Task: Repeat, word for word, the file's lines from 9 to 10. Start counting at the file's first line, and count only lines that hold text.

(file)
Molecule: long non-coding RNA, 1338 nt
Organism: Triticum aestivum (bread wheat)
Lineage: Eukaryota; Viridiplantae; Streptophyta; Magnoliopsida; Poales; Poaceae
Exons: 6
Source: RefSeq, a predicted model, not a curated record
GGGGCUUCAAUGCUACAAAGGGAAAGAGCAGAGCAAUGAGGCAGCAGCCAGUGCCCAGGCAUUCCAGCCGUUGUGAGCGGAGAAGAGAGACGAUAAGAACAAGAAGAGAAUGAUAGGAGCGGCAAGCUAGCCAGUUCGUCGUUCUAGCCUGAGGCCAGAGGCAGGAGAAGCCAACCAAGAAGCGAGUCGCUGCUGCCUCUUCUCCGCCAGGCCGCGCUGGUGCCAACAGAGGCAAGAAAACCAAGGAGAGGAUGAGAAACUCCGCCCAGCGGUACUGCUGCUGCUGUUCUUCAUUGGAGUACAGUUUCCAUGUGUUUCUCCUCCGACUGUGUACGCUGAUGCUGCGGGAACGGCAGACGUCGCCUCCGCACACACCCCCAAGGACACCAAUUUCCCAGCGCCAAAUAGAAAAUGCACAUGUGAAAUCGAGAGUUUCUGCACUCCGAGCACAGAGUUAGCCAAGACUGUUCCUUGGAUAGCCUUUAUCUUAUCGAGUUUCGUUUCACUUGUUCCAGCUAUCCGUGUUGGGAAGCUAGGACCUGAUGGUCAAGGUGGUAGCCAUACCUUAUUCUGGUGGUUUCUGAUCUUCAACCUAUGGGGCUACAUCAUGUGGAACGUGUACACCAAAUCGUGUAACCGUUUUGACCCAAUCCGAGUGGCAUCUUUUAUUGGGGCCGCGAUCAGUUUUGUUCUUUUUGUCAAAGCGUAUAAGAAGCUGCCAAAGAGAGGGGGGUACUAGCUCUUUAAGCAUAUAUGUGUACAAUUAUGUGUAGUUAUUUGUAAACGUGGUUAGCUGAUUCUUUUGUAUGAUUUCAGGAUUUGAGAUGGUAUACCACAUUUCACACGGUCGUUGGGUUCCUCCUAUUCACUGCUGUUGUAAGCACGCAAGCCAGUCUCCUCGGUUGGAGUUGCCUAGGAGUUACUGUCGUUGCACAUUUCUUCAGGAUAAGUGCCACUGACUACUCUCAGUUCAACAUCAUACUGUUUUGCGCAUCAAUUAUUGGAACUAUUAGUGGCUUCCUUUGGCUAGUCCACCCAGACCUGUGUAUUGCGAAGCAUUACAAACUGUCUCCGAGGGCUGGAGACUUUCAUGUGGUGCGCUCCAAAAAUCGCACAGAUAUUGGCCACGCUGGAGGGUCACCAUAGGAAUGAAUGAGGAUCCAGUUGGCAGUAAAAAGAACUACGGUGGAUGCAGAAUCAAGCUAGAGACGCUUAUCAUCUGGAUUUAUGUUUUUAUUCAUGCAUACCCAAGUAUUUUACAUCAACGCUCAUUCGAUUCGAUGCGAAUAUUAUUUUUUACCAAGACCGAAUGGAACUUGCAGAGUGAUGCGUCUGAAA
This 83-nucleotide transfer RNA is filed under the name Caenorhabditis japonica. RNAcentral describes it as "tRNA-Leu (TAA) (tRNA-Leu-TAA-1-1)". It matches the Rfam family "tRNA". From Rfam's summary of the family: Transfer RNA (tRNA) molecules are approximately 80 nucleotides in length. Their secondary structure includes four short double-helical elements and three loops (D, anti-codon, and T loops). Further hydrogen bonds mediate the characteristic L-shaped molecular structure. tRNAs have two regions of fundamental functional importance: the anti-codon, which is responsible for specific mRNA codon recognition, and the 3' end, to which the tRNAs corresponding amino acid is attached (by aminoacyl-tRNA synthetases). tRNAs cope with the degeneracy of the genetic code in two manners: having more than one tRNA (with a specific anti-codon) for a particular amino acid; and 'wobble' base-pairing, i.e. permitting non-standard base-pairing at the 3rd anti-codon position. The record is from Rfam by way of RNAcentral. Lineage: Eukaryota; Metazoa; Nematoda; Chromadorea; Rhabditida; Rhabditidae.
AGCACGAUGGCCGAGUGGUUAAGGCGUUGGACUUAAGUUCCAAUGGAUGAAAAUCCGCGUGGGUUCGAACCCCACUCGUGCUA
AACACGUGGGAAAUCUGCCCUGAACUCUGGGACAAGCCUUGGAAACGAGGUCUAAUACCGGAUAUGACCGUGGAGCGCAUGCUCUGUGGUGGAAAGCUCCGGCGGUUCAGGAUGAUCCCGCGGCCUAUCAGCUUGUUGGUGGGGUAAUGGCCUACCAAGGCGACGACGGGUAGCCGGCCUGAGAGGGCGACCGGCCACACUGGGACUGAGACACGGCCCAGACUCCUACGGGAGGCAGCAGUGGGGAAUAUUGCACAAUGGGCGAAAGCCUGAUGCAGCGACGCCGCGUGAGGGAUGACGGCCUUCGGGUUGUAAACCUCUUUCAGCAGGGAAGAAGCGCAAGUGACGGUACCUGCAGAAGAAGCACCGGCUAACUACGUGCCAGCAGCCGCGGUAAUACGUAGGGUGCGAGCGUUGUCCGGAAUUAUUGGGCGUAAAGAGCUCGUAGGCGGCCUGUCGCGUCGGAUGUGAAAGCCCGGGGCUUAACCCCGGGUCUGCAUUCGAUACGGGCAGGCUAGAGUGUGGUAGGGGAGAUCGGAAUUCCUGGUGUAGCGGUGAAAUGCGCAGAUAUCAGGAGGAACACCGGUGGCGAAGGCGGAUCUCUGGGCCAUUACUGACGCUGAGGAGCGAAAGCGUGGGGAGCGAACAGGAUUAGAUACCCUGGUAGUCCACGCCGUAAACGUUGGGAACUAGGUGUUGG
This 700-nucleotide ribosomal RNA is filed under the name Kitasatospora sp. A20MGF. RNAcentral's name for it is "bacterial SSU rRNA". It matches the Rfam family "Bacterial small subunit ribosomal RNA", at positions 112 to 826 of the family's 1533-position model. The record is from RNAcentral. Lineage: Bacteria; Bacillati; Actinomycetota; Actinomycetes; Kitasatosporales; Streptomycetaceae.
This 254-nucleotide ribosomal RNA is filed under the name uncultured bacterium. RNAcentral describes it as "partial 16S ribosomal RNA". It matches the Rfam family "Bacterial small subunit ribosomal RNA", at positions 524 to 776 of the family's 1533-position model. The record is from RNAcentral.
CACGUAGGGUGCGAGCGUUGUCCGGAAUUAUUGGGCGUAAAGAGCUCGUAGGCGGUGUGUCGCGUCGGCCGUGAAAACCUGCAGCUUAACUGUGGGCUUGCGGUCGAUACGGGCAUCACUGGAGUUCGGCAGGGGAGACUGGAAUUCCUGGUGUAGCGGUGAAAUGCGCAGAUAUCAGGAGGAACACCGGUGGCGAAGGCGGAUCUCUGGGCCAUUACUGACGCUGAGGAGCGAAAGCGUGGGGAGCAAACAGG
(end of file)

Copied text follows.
AACACGUGGGAAAUCUGCCCUGAACUCUGGGACAAGCCUUGGAAACGAGGUCUAAUACCGGAUAUGACCGUGGAGCGCAUGCUCUGUGGUGGAAAGCUCCGGCGGUUCAGGAUGAUCCCGCGGCCUAUCAGCUUGUUGGUGGGGUAAUGGCCUACCAAGGCGACGACGGGUAGCCGGCCUGAGAGGGCGACCGGCCACACUGGGACUGAGACACGGCCCAGACUCCUACGGGAGGCAGCAGUGGGGAAUAUUGCACAAUGGGCGAAAGCCUGAUGCAGCGACGCCGCGUGAGGGAUGACGGCCUUCGGGUUGUAAACCUCUUUCAGCAGGGAAGAAGCGCAAGUGACGGUACCUGCAGAAGAAGCACCGGCUAACUACGUGCCAGCAGCCGCGGUAAUACGUAGGGUGCGAGCGUUGUCCGGAAUUAUUGGGCGUAAAGAGCUCGUAGGCGGCCUGUCGCGUCGGAUGUGAAAGCCCGGGGCUUAACCCCGGGUCUGCAUUCGAUACGGGCAGGCUAGAGUGUGGUAGGGGAGAUCGGAAUUCCUGGUGUAGCGGUGAAAUGCGCAGAUAUCAGGAGGAACACCGGUGGCGAAGGCGGAUCUCUGGGCCAUUACUGACGCUGAGGAGCGAAAGCGUGGGGAGCGAACAGGAUUAGAUACCCUGGUAGUCCACGCCGUAAACGUUGGGAACUAGGUGUUGG
This 700-nucleotide ribosomal RNA is filed under the name Kitasatospora sp. A20MGF. RNAcentral's name for it is "bacterial SSU rRNA". It matches the Rfam family "Bacterial small subunit ribosomal RNA", at positions 112 to 826 of the family's 1533-position model. The record is from RNAcentral. Lineage: Bacteria; Bacillati; Actinomycetota; Actinomycetes; Kitasatosporales; Streptomycetaceae.